Naftogaz says ready to guarantee Russian gas transit to Europe in full
08/01/2009 14:44 BRUSSELS, January 8 (RIA Novosti) - Ukraine is ready to guarantee Russian gas transit to Europe in full, the head of the Ukrainian energy company Naftogaz said Thursday at a meeting in Brussels devoted to the Russia-Ukraine gas row.
Oleh Dubyna said that at early Thursday's talks in Moscow with Russian energy giant Gazprom, he asked the Gazprom management to resume Russian gas supplies in full.
"The current situation and existing misunderstandings emerged as a result of economic issues rather than political difficulties. They should be resolved with account for the sides' economic interests," Oleh Dubyna said.
Russia says Ukraine's guarantees of unhindered gas transit are one of the conditions for resumption of gas supplies to Ukrainian borders.
Previous talks between Russia and Ukraine ended on New Year's Eve with no agreement on how to settle Kiev's gas debts or on a contract for 2009 deliveries.
Gazprom halted on Wednesday gas supplies to Ukraine for transit to Europe. According to the company, the latest check established that Ukraine was not carrying any gas to Europe despite Russia's move to continue gas supplies to Ukraine through the Sudzha station.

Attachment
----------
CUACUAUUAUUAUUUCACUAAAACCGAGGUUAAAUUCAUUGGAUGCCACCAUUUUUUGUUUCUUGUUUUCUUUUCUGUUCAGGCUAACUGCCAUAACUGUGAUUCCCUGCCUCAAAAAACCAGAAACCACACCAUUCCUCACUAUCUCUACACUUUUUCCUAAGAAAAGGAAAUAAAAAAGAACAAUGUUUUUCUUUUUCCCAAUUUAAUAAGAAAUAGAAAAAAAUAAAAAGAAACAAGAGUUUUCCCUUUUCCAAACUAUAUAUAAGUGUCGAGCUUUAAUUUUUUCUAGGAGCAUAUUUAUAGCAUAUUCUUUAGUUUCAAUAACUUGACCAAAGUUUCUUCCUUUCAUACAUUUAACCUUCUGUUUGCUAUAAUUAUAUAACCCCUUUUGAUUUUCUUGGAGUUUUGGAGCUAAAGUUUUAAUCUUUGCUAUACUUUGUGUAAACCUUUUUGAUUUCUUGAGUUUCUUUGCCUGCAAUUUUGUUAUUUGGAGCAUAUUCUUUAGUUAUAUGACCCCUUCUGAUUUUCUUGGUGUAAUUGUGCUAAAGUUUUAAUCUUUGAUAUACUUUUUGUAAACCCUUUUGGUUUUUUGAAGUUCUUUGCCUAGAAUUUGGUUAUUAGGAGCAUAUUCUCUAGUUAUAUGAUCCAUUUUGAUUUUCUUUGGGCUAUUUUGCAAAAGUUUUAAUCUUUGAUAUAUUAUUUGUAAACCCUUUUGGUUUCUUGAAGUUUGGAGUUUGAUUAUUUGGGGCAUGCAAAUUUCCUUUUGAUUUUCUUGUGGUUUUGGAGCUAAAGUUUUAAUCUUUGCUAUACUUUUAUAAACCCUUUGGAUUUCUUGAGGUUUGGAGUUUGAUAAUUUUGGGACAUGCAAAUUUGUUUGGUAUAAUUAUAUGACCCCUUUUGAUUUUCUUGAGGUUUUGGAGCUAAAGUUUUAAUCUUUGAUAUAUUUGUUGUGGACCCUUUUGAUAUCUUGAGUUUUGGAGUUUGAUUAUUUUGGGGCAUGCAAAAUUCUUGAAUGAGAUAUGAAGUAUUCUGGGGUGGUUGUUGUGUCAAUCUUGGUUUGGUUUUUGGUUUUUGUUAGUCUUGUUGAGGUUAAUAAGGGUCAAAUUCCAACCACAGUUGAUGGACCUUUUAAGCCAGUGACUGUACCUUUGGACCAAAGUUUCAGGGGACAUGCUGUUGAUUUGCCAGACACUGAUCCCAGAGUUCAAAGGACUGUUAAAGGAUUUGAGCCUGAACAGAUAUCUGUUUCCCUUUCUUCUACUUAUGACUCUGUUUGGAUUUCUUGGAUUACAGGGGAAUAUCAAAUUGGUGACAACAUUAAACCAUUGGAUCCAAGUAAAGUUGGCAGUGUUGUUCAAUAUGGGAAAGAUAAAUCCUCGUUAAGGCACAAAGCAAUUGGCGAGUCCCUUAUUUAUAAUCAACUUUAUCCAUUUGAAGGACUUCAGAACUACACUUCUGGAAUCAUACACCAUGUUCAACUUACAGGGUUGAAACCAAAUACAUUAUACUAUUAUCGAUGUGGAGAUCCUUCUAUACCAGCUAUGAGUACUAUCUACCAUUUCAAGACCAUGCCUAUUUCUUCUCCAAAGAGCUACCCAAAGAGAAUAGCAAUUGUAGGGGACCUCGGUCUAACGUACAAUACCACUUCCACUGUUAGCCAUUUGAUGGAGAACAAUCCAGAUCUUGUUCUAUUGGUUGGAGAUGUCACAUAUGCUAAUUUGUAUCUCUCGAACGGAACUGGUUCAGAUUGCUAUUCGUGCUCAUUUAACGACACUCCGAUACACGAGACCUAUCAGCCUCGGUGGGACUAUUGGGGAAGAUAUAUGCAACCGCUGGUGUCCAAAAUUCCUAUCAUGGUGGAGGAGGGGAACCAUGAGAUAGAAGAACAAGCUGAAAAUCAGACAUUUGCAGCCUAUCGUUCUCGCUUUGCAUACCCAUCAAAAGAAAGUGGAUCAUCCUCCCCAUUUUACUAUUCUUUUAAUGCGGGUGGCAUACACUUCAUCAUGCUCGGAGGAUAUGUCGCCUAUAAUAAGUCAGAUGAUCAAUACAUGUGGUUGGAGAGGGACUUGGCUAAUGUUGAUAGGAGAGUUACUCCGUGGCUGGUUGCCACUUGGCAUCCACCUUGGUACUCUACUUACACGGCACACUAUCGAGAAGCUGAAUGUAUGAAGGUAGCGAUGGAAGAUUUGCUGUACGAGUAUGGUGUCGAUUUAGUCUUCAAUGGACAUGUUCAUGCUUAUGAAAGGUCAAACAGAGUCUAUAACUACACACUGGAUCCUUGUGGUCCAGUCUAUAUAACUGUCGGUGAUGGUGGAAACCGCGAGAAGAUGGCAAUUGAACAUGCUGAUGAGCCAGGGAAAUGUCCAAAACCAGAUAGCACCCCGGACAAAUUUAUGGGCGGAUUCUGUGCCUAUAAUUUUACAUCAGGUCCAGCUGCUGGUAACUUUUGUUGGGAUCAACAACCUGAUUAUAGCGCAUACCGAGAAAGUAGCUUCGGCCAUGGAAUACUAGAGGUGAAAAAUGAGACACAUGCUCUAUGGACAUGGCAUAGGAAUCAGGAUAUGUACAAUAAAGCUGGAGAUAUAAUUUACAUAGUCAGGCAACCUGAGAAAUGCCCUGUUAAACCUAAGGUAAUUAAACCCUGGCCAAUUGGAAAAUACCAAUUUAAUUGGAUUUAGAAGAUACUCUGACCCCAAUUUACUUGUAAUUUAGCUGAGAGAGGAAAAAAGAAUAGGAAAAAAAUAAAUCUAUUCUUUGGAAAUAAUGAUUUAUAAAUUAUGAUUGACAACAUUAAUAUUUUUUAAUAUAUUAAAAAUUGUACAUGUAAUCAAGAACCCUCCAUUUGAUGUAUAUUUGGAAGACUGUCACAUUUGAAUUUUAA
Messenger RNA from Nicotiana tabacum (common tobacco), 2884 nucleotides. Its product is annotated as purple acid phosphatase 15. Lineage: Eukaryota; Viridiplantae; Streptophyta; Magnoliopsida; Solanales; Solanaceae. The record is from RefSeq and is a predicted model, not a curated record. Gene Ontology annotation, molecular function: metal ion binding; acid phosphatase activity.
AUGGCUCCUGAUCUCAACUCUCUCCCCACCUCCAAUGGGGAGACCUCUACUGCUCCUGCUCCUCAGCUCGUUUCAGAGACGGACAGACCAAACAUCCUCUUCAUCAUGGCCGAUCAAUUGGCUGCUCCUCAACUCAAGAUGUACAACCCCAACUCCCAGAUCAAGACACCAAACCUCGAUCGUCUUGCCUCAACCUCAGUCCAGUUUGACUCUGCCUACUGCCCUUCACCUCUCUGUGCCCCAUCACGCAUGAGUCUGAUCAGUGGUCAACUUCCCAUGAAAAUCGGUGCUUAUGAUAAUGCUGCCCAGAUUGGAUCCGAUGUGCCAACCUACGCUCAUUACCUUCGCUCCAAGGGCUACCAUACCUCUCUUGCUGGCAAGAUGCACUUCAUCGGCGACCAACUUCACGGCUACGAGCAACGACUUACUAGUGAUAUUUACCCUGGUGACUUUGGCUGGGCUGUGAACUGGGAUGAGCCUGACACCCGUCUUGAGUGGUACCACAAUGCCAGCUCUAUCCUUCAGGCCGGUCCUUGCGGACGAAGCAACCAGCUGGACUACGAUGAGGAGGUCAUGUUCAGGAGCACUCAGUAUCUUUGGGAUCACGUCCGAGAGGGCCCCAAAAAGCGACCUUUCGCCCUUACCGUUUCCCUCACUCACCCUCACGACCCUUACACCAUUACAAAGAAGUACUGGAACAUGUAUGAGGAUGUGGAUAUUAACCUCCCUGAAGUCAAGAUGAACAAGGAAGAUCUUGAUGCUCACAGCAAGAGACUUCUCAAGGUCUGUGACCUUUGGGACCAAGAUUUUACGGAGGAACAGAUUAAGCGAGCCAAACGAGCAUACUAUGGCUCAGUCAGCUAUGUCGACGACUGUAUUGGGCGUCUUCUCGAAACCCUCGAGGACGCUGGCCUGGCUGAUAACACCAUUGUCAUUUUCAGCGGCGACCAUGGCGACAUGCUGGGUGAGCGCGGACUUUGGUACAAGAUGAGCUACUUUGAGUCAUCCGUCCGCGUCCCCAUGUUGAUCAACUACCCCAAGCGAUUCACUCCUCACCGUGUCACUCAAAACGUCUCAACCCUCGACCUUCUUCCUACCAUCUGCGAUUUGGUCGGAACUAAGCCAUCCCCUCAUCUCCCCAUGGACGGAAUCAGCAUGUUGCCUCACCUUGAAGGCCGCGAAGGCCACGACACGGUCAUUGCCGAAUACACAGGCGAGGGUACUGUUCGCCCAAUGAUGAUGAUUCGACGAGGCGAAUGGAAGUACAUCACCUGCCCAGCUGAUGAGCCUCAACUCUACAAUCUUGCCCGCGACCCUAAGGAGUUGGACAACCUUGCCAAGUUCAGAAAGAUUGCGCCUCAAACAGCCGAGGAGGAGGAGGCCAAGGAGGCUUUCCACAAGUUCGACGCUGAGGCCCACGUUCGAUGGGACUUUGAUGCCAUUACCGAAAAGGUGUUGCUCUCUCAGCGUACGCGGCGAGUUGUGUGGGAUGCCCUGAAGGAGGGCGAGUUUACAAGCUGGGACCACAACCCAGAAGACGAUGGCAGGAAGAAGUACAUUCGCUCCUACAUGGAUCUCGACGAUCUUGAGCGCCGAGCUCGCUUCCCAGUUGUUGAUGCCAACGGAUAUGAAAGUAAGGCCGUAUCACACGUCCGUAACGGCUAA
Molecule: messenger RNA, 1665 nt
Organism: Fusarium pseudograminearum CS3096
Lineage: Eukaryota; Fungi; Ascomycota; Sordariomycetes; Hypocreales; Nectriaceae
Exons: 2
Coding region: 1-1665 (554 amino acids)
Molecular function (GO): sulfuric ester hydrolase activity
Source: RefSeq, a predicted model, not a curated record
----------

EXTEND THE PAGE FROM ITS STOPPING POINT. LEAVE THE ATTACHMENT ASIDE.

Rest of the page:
Kiev closed on Wednesday the fourth, final gas pipeline pumping Russian gas to Europe. The latest closure added Austria, the Czech Republic, Romania and Slovakia to the growing list of countries receiving no Russian gas.
The three other pipelines were closed on Tuesday, ending deliveries via Ukraine to Hungary, Serbia, Macedonia, Croatia, Bulgaria, Turkey, Greece, and Bosnia and seriously disrupting supplies to Italy, Poland, France and Slovenia.
Gazprom earlier accused Ukraine of stealing more than 86 million cubic meters of gas since the start of the year, but Kiev denied the accusations saying that Russia was trying to discredit Ukraine as a reliable gas transit partner.
The dispute between Moscow and Kiev has reawakened concerns in Europe about the reliability of Russia as a supplier.
The 2006 gas row between the two former Soviet states resulted in a brief cutoff in supplies to Ukraine. When shortages were reported in some Eastern European countries, Russia accused Ukraine of siphoning off Europe-bound gas.
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